Programming isn’t the only way to climb Silicon Valley’s career ladder
In Silicon Valley, software engineer is synonymous with eye-watering compensation. Monthly salaries for engineering interns (about $81,600 per year annualized) are about twice the median wage in the rest of the country. While the reality of high-paying coding jobs is not wrong, programming isn’t the only way to climb Silicon Valley’s career ladder, and it’s definitely not the most lucrative.
Online hiring platform Hired released a report Aug. 25 analyzing 31,146 interview requests from 1,848 companies made through Hired’s platform during the first half of 2016. Its findings show product managers consistently get the top salary offers, $133,000 on average.
Software engineers were offered an average of $123,000 followed by designers at $115,000 during the second quarter of 2016. Analyses of H1B work visas and Glassdoor data from Google, Facebook and other tech giants arrive at similar conclusions.
The salary advantage for product managers has only grown, says Hired’s data scientist Jessica Kirkpatrick.
“We see that software engineers have always been paid less than product managers, but that the pay gap has widened over the past year,” she wrote by email. The trend holds after accounting for experience. Software engineers, on average, are paid about 10 percent less than product managers in their first year as well as after six or more years of experience.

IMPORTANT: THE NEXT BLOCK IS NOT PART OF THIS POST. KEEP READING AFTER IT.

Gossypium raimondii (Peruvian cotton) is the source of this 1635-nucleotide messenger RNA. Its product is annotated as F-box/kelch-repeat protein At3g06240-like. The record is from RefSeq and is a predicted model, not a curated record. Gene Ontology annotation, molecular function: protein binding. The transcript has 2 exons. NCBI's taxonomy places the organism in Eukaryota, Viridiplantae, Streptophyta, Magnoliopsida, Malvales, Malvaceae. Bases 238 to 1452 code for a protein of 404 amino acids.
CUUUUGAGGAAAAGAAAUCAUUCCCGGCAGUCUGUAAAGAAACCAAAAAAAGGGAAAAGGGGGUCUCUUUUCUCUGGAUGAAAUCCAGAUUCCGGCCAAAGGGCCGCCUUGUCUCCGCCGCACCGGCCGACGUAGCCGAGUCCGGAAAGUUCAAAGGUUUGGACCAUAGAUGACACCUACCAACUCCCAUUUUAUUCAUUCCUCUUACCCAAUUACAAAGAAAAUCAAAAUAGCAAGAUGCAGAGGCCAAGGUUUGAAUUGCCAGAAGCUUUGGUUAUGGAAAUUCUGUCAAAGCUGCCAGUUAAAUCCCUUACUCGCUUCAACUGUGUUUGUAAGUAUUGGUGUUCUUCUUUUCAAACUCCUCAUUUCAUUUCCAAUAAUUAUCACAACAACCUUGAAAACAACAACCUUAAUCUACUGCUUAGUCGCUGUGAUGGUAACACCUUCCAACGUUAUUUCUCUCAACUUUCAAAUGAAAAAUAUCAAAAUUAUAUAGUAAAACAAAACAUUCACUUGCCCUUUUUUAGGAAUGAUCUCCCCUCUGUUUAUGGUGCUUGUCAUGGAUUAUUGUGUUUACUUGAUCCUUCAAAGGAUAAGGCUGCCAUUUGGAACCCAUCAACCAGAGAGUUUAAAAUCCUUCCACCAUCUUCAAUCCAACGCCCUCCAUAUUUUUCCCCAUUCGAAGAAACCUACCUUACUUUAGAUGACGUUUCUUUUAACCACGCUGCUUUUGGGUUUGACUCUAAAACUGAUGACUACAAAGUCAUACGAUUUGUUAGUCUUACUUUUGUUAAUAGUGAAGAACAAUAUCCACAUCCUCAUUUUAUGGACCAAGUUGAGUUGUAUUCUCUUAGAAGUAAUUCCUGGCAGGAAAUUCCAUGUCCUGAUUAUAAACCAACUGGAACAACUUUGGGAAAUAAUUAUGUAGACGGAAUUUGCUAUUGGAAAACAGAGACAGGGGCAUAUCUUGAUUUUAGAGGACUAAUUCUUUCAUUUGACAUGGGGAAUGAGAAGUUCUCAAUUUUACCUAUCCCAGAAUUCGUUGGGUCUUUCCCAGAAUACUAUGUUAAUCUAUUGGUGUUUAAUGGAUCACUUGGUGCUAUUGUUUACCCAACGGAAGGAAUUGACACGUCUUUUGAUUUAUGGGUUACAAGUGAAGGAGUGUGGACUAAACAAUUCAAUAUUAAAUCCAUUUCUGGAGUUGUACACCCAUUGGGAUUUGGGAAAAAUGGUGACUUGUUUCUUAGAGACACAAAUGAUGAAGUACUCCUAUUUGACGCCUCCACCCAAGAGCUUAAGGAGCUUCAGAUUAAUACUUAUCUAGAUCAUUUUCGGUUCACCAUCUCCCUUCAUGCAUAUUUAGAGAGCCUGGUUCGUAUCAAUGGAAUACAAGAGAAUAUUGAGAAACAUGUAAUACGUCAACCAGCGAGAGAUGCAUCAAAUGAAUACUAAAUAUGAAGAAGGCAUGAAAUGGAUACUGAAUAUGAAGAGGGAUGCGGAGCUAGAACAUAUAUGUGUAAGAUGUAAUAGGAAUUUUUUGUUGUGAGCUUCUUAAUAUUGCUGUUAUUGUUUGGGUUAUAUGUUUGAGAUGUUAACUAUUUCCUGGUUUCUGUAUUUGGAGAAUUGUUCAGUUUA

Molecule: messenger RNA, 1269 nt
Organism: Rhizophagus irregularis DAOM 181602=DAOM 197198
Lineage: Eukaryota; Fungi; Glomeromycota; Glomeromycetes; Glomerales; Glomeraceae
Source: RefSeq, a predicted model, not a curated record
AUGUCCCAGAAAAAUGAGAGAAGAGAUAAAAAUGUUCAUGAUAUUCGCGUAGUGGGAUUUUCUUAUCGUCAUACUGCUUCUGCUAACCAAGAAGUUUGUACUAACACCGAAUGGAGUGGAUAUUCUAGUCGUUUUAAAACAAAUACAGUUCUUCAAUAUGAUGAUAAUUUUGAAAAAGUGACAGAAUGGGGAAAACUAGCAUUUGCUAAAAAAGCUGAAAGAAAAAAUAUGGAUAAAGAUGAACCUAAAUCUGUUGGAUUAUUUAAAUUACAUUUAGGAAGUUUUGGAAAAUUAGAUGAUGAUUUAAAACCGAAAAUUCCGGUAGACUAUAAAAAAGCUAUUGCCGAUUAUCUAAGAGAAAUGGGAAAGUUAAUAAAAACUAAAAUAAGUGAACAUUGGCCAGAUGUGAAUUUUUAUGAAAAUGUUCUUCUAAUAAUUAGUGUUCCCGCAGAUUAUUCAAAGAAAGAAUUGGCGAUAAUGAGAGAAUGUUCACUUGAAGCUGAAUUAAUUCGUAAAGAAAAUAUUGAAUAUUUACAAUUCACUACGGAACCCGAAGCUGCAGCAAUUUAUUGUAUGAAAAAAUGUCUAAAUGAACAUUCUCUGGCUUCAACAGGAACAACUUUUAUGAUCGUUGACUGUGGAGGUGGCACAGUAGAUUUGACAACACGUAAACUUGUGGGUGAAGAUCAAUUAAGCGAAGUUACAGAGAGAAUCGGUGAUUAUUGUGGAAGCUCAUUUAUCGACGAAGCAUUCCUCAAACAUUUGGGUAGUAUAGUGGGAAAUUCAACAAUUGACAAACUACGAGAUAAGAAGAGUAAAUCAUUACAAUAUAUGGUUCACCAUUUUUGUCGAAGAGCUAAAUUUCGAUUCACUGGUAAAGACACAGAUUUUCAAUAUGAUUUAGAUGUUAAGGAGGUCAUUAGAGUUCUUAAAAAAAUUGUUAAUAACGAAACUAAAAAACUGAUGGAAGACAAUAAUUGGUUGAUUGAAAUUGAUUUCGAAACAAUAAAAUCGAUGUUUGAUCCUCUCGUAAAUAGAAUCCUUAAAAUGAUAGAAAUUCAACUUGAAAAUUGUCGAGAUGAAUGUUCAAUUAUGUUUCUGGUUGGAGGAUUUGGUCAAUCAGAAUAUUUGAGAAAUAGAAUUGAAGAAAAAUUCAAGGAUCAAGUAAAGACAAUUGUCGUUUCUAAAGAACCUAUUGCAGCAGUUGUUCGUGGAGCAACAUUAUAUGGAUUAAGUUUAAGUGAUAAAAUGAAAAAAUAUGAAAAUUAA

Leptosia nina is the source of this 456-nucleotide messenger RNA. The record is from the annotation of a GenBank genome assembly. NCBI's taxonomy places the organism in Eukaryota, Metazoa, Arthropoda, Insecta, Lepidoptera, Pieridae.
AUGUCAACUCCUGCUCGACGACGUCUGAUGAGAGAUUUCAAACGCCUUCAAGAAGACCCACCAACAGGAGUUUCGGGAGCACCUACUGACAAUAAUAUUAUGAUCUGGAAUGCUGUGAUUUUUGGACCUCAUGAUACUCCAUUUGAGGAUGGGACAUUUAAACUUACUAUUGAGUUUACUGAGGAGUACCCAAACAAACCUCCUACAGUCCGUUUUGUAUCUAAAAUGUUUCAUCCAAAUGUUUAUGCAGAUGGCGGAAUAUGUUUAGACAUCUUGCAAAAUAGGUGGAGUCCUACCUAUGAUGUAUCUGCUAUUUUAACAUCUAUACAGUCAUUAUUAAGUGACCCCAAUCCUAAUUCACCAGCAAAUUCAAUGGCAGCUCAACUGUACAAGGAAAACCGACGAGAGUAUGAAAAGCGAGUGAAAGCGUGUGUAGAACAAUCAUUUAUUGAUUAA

Product management skills are coveted, argues Ken Norton, a former Google product manager and partner at GV, Google’s venture arm, because “in the long run, great product management usually makes the difference between winning and losing.”
Product managers must shepherd a product from concept to completion by setting the vision, understanding customers, enforcing timelines, managing teams and keeping an eye on the business model.
While software engineers enter product management roles, a computer science education isn’t required. It’s not even the most important skill, says Hunter Walk, former director of product management at Google and the co-founder of the venture fund Homebrew.
“The best product managers possess a broad set of skills which allow them to somehow manage wearing these multiple hats,” he writes. Walk himself holds a bachelor’s degree in history and an MBA.
The only role that tops product managers’ salaries—and only briefly in 2015—was data scientist, says Hired. That anomaly is unlikely to crop up soon, Kirkpatrick says. Interview requests for data science candidates grew by 20 percent during the past quarter, the most of any role, but the number of data science candidates on Hired grew by 50 percent. That oversupply is likely to drive down salaries.